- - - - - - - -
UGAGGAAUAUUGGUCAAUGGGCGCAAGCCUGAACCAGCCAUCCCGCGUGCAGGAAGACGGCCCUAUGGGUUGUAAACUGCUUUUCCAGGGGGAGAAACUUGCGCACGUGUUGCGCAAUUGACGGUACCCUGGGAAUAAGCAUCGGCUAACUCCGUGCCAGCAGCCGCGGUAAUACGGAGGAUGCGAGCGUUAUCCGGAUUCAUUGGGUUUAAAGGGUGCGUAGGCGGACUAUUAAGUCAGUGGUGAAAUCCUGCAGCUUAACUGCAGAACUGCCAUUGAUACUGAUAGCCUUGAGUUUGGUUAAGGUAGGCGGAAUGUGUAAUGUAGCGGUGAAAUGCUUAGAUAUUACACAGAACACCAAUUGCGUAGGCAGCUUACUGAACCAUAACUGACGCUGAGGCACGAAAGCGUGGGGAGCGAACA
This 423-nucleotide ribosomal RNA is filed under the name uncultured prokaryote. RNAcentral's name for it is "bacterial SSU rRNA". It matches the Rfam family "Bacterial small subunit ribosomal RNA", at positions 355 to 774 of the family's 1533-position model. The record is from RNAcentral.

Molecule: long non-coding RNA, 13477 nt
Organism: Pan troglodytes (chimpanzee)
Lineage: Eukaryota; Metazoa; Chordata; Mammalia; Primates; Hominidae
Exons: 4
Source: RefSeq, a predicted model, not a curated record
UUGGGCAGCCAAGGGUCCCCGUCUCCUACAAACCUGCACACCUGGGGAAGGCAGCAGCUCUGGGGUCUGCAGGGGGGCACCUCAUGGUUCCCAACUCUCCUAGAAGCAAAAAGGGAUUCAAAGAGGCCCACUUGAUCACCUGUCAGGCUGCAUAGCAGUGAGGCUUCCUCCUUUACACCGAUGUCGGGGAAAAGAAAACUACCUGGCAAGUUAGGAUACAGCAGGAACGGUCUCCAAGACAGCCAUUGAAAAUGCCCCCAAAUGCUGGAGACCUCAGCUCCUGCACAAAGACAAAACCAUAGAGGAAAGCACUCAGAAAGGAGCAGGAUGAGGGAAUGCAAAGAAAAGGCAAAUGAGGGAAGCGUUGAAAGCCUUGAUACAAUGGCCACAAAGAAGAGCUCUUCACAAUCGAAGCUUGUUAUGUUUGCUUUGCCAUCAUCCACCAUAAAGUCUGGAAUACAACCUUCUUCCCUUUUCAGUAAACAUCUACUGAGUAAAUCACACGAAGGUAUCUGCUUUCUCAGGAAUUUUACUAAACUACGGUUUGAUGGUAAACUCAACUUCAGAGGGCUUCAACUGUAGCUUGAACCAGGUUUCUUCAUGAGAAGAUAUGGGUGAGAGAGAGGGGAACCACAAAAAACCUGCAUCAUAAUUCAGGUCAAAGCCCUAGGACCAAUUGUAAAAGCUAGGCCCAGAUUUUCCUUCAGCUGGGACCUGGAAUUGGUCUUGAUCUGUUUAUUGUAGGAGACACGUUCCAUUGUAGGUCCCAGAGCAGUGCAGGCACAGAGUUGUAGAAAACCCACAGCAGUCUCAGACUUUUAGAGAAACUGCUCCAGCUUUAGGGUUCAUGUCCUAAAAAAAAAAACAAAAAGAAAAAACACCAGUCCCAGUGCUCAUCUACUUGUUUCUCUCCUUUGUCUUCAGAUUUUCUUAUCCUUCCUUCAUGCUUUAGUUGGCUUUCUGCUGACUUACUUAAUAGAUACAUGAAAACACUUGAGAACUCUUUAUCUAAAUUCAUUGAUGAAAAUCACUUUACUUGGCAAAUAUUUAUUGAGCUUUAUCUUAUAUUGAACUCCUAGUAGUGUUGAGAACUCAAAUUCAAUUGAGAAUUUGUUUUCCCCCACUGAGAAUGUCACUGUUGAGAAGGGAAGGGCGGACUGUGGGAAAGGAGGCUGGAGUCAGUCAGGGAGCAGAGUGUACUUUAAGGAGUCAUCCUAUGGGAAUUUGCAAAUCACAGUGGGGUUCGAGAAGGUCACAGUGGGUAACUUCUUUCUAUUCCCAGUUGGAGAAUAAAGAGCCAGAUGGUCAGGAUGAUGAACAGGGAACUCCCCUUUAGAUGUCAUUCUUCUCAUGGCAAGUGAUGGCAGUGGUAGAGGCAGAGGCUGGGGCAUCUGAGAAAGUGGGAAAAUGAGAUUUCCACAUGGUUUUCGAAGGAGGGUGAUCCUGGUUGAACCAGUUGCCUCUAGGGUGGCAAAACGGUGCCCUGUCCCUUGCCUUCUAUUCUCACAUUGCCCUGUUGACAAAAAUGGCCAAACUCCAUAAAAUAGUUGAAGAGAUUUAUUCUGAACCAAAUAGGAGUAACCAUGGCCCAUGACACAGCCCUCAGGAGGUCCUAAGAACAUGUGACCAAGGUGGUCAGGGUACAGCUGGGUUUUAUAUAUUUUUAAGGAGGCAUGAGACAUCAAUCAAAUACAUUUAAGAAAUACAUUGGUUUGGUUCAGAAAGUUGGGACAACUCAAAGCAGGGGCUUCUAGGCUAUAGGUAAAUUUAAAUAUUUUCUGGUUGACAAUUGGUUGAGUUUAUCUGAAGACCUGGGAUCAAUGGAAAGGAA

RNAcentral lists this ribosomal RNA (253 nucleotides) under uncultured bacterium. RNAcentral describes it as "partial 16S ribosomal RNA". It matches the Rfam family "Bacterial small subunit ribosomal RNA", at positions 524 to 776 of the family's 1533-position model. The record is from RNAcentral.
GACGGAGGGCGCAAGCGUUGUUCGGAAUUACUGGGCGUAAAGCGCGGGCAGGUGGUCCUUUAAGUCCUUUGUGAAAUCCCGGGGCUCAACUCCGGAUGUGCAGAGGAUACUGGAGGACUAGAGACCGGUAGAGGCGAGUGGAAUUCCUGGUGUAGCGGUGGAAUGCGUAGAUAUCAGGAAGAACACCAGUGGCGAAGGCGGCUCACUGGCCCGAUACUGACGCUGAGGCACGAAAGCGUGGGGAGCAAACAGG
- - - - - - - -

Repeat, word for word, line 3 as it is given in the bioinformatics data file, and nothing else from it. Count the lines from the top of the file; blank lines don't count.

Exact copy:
Molecule: long non-coding RNA, 13477 nt